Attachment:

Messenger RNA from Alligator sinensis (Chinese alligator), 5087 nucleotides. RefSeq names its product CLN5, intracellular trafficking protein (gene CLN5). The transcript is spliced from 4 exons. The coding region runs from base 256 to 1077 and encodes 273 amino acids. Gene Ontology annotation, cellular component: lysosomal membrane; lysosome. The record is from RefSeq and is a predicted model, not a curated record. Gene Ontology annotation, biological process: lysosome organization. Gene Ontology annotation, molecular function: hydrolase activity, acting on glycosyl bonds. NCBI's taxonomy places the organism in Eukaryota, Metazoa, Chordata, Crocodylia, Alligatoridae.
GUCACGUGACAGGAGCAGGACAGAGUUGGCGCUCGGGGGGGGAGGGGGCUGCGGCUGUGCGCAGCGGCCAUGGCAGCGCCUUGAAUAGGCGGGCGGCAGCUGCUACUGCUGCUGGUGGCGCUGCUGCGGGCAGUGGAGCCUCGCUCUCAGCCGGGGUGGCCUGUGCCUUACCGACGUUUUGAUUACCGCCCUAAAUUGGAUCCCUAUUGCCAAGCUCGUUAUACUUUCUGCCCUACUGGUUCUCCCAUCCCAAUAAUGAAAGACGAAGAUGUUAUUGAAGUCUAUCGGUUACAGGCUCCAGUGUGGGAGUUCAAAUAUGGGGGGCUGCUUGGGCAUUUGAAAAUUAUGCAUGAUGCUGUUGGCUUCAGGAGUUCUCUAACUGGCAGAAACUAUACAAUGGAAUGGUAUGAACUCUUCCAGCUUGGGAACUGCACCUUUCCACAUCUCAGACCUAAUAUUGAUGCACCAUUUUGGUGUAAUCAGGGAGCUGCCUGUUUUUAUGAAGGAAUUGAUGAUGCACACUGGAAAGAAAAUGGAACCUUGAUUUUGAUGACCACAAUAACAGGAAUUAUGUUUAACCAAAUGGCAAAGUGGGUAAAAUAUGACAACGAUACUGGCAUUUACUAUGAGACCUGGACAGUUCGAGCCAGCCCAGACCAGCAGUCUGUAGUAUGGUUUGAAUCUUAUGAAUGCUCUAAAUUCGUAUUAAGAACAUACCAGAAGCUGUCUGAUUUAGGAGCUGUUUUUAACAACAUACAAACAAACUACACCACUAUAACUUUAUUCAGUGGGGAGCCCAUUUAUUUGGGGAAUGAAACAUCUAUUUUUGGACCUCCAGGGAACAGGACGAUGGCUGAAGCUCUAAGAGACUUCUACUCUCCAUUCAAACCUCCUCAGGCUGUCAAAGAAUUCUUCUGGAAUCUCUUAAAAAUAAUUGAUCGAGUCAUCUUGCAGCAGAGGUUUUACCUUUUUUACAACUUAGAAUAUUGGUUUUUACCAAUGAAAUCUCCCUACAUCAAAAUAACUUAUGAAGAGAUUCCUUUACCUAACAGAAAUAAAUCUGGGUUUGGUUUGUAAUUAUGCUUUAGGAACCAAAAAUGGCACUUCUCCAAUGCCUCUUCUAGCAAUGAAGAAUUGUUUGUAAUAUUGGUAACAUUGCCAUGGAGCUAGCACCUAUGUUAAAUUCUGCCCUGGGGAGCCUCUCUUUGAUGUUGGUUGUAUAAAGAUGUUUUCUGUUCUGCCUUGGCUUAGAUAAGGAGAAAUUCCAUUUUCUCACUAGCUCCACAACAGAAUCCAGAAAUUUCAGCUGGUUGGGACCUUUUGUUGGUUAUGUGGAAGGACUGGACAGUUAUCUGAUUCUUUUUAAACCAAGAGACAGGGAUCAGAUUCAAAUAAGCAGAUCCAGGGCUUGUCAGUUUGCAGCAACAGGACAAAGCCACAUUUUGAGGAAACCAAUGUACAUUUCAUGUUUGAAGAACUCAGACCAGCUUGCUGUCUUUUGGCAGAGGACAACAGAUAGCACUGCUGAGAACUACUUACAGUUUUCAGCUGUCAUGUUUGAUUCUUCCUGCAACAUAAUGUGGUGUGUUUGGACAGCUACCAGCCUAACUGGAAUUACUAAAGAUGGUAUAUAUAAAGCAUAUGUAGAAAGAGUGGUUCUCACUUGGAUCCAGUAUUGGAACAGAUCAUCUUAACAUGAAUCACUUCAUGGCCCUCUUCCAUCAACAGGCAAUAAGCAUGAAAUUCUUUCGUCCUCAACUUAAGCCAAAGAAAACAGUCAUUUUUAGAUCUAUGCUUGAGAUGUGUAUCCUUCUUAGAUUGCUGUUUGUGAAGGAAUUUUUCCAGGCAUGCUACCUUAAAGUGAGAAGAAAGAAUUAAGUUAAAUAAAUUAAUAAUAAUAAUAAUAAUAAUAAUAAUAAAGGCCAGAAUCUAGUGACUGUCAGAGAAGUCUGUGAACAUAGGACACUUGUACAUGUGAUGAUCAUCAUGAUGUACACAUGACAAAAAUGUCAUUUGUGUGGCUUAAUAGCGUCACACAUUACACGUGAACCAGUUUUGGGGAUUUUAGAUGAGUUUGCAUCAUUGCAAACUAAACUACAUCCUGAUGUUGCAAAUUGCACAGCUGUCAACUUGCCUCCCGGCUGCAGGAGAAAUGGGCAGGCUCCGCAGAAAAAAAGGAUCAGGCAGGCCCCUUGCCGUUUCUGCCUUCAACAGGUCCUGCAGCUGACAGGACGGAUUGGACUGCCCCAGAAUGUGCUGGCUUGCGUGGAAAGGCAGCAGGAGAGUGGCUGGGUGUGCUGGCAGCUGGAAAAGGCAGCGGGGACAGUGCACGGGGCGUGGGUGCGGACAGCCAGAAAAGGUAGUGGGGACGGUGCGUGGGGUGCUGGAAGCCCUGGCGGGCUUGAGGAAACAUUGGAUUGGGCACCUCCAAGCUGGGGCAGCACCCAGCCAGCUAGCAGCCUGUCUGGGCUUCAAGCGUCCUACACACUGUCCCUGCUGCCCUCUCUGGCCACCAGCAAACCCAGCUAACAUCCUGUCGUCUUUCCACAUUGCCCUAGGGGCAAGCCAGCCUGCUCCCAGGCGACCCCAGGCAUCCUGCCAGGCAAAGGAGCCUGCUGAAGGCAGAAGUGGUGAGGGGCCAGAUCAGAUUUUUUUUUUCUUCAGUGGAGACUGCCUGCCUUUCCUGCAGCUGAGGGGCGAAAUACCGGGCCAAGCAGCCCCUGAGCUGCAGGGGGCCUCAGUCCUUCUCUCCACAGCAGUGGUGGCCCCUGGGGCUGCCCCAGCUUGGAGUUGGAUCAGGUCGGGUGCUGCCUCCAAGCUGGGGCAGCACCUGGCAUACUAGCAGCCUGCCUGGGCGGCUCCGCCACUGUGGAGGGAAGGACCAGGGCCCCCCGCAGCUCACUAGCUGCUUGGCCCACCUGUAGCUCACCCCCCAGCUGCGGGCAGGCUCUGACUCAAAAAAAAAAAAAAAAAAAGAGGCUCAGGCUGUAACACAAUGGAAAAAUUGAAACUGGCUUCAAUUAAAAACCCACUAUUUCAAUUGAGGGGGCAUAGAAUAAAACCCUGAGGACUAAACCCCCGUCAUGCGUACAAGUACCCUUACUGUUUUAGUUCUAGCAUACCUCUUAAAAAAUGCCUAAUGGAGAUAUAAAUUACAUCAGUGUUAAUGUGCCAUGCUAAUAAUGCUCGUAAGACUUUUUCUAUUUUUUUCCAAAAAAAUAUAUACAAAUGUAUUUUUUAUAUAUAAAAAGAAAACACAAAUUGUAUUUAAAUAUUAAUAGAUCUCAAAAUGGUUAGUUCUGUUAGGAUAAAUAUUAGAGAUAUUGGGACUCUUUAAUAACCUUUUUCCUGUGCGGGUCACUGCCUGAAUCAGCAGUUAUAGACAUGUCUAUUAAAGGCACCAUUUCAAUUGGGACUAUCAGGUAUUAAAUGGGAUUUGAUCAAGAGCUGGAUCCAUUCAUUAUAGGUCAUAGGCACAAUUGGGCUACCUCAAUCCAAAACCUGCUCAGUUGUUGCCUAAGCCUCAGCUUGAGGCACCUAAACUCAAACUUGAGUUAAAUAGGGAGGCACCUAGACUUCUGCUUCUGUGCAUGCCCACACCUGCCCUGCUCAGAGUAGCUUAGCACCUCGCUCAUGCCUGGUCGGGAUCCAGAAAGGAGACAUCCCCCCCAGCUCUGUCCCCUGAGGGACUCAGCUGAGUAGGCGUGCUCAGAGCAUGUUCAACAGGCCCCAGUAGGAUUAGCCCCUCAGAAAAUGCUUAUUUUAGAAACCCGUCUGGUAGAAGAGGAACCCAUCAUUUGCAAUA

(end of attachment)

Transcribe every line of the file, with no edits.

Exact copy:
Messenger RNA from Alligator sinensis (Chinese alligator), 5087 nucleotides. RefSeq names its product CLN5, intracellular trafficking protein (gene CLN5). The transcript is spliced from 4 exons. The coding region runs from base 256 to 1077 and encodes 273 amino acids. Gene Ontology annotation, cellular component: lysosomal membrane; lysosome. The record is from RefSeq and is a predicted model, not a curated record. Gene Ontology annotation, biological process: lysosome organization. Gene Ontology annotation, molecular function: hydrolase activity, acting on glycosyl bonds. NCBI's taxonomy places the organism in Eukaryota, Metazoa, Chordata, Crocodylia, Alligatoridae.
GUCACGUGACAGGAGCAGGACAGAGUUGGCGCUCGGGGGGGGAGGGGGCUGCGGCUGUGCGCAGCGGCCAUGGCAGCGCCUUGAAUAGGCGGGCGGCAGCUGCUACUGCUGCUGGUGGCGCUGCUGCGGGCAGUGGAGCCUCGCUCUCAGCCGGGGUGGCCUGUGCCUUACCGACGUUUUGAUUACCGCCCUAAAUUGGAUCCCUAUUGCCAAGCUCGUUAUACUUUCUGCCCUACUGGUUCUCCCAUCCCAAUAAUGAAAGACGAAGAUGUUAUUGAAGUCUAUCGGUUACAGGCUCCAGUGUGGGAGUUCAAAUAUGGGGGGCUGCUUGGGCAUUUGAAAAUUAUGCAUGAUGCUGUUGGCUUCAGGAGUUCUCUAACUGGCAGAAACUAUACAAUGGAAUGGUAUGAACUCUUCCAGCUUGGGAACUGCACCUUUCCACAUCUCAGACCUAAUAUUGAUGCACCAUUUUGGUGUAAUCAGGGAGCUGCCUGUUUUUAUGAAGGAAUUGAUGAUGCACACUGGAAAGAAAAUGGAACCUUGAUUUUGAUGACCACAAUAACAGGAAUUAUGUUUAACCAAAUGGCAAAGUGGGUAAAAUAUGACAACGAUACUGGCAUUUACUAUGAGACCUGGACAGUUCGAGCCAGCCCAGACCAGCAGUCUGUAGUAUGGUUUGAAUCUUAUGAAUGCUCUAAAUUCGUAUUAAGAACAUACCAGAAGCUGUCUGAUUUAGGAGCUGUUUUUAACAACAUACAAACAAACUACACCACUAUAACUUUAUUCAGUGGGGAGCCCAUUUAUUUGGGGAAUGAAACAUCUAUUUUUGGACCUCCAGGGAACAGGACGAUGGCUGAAGCUCUAAGAGACUUCUACUCUCCAUUCAAACCUCCUCAGGCUGUCAAAGAAUUCUUCUGGAAUCUCUUAAAAAUAAUUGAUCGAGUCAUCUUGCAGCAGAGGUUUUACCUUUUUUACAACUUAGAAUAUUGGUUUUUACCAAUGAAAUCUCCCUACAUCAAAAUAACUUAUGAAGAGAUUCCUUUACCUAACAGAAAUAAAUCUGGGUUUGGUUUGUAAUUAUGCUUUAGGAACCAAAAAUGGCACUUCUCCAAUGCCUCUUCUAGCAAUGAAGAAUUGUUUGUAAUAUUGGUAACAUUGCCAUGGAGCUAGCACCUAUGUUAAAUUCUGCCCUGGGGAGCCUCUCUUUGAUGUUGGUUGUAUAAAGAUGUUUUCUGUUCUGCCUUGGCUUAGAUAAGGAGAAAUUCCAUUUUCUCACUAGCUCCACAACAGAAUCCAGAAAUUUCAGCUGGUUGGGACCUUUUGUUGGUUAUGUGGAAGGACUGGACAGUUAUCUGAUUCUUUUUAAACCAAGAGACAGGGAUCAGAUUCAAAUAAGCAGAUCCAGGGCUUGUCAGUUUGCAGCAACAGGACAAAGCCACAUUUUGAGGAAACCAAUGUACAUUUCAUGUUUGAAGAACUCAGACCAGCUUGCUGUCUUUUGGCAGAGGACAACAGAUAGCACUGCUGAGAACUACUUACAGUUUUCAGCUGUCAUGUUUGAUUCUUCCUGCAACAUAAUGUGGUGUGUUUGGACAGCUACCAGCCUAACUGGAAUUACUAAAGAUGGUAUAUAUAAAGCAUAUGUAGAAAGAGUGGUUCUCACUUGGAUCCAGUAUUGGAACAGAUCAUCUUAACAUGAAUCACUUCAUGGCCCUCUUCCAUCAACAGGCAAUAAGCAUGAAAUUCUUUCGUCCUCAACUUAAGCCAAAGAAAACAGUCAUUUUUAGAUCUAUGCUUGAGAUGUGUAUCCUUCUUAGAUUGCUGUUUGUGAAGGAAUUUUUCCAGGCAUGCUACCUUAAAGUGAGAAGAAAGAAUUAAGUUAAAUAAAUUAAUAAUAAUAAUAAUAAUAAUAAUAAUAAAGGCCAGAAUCUAGUGACUGUCAGAGAAGUCUGUGAACAUAGGACACUUGUACAUGUGAUGAUCAUCAUGAUGUACACAUGACAAAAAUGUCAUUUGUGUGGCUUAAUAGCGUCACACAUUACACGUGAACCAGUUUUGGGGAUUUUAGAUGAGUUUGCAUCAUUGCAAACUAAACUACAUCCUGAUGUUGCAAAUUGCACAGCUGUCAACUUGCCUCCCGGCUGCAGGAGAAAUGGGCAGGCUCCGCAGAAAAAAAGGAUCAGGCAGGCCCCUUGCCGUUUCUGCCUUCAACAGGUCCUGCAGCUGACAGGACGGAUUGGACUGCCCCAGAAUGUGCUGGCUUGCGUGGAAAGGCAGCAGGAGAGUGGCUGGGUGUGCUGGCAGCUGGAAAAGGCAGCGGGGACAGUGCACGGGGCGUGGGUGCGGACAGCCAGAAAAGGUAGUGGGGACGGUGCGUGGGGUGCUGGAAGCCCUGGCGGGCUUGAGGAAACAUUGGAUUGGGCACCUCCAAGCUGGGGCAGCACCCAGCCAGCUAGCAGCCUGUCUGGGCUUCAAGCGUCCUACACACUGUCCCUGCUGCCCUCUCUGGCCACCAGCAAACCCAGCUAACAUCCUGUCGUCUUUCCACAUUGCCCUAGGGGCAAGCCAGCCUGCUCCCAGGCGACCCCAGGCAUCCUGCCAGGCAAAGGAGCCUGCUGAAGGCAGAAGUGGUGAGGGGCCAGAUCAGAUUUUUUUUUUCUUCAGUGGAGACUGCCUGCCUUUCCUGCAGCUGAGGGGCGAAAUACCGGGCCAAGCAGCCCCUGAGCUGCAGGGGGCCUCAGUCCUUCUCUCCACAGCAGUGGUGGCCCCUGGGGCUGCCCCAGCUUGGAGUUGGAUCAGGUCGGGUGCUGCCUCCAAGCUGGGGCAGCACCUGGCAUACUAGCAGCCUGCCUGGGCGGCUCCGCCACUGUGGAGGGAAGGACCAGGGCCCCCCGCAGCUCACUAGCUGCUUGGCCCACCUGUAGCUCACCCCCCAGCUGCGGGCAGGCUCUGACUCAAAAAAAAAAAAAAAAAAAGAGGCUCAGGCUGUAACACAAUGGAAAAAUUGAAACUGGCUUCAAUUAAAAACCCACUAUUUCAAUUGAGGGGGCAUAGAAUAAAACCCUGAGGACUAAACCCCCGUCAUGCGUACAAGUACCCUUACUGUUUUAGUUCUAGCAUACCUCUUAAAAAAUGCCUAAUGGAGAUAUAAAUUACAUCAGUGUUAAUGUGCCAUGCUAAUAAUGCUCGUAAGACUUUUUCUAUUUUUUUCCAAAAAAAUAUAUACAAAUGUAUUUUUUAUAUAUAAAAAGAAAACACAAAUUGUAUUUAAAUAUUAAUAGAUCUCAAAAUGGUUAGUUCUGUUAGGAUAAAUAUUAGAGAUAUUGGGACUCUUUAAUAACCUUUUUCCUGUGCGGGUCACUGCCUGAAUCAGCAGUUAUAGACAUGUCUAUUAAAGGCACCAUUUCAAUUGGGACUAUCAGGUAUUAAAUGGGAUUUGAUCAAGAGCUGGAUCCAUUCAUUAUAGGUCAUAGGCACAAUUGGGCUACCUCAAUCCAAAACCUGCUCAGUUGUUGCCUAAGCCUCAGCUUGAGGCACCUAAACUCAAACUUGAGUUAAAUAGGGAGGCACCUAGACUUCUGCUUCUGUGCAUGCCCACACCUGCCCUGCUCAGAGUAGCUUAGCACCUCGCUCAUGCCUGGUCGGGAUCCAGAAAGGAGACAUCCCCCCCAGCUCUGUCCCCUGAGGGACUCAGCUGAGUAGGCGUGCUCAGAGCAUGUUCAACAGGCCCCAGUAGGAUUAGCCCCUCAGAAAAUGCUUAUUUUAGAAACCCGUCUGGUAGAAGAGGAACCCAUCAUUUGCAAUA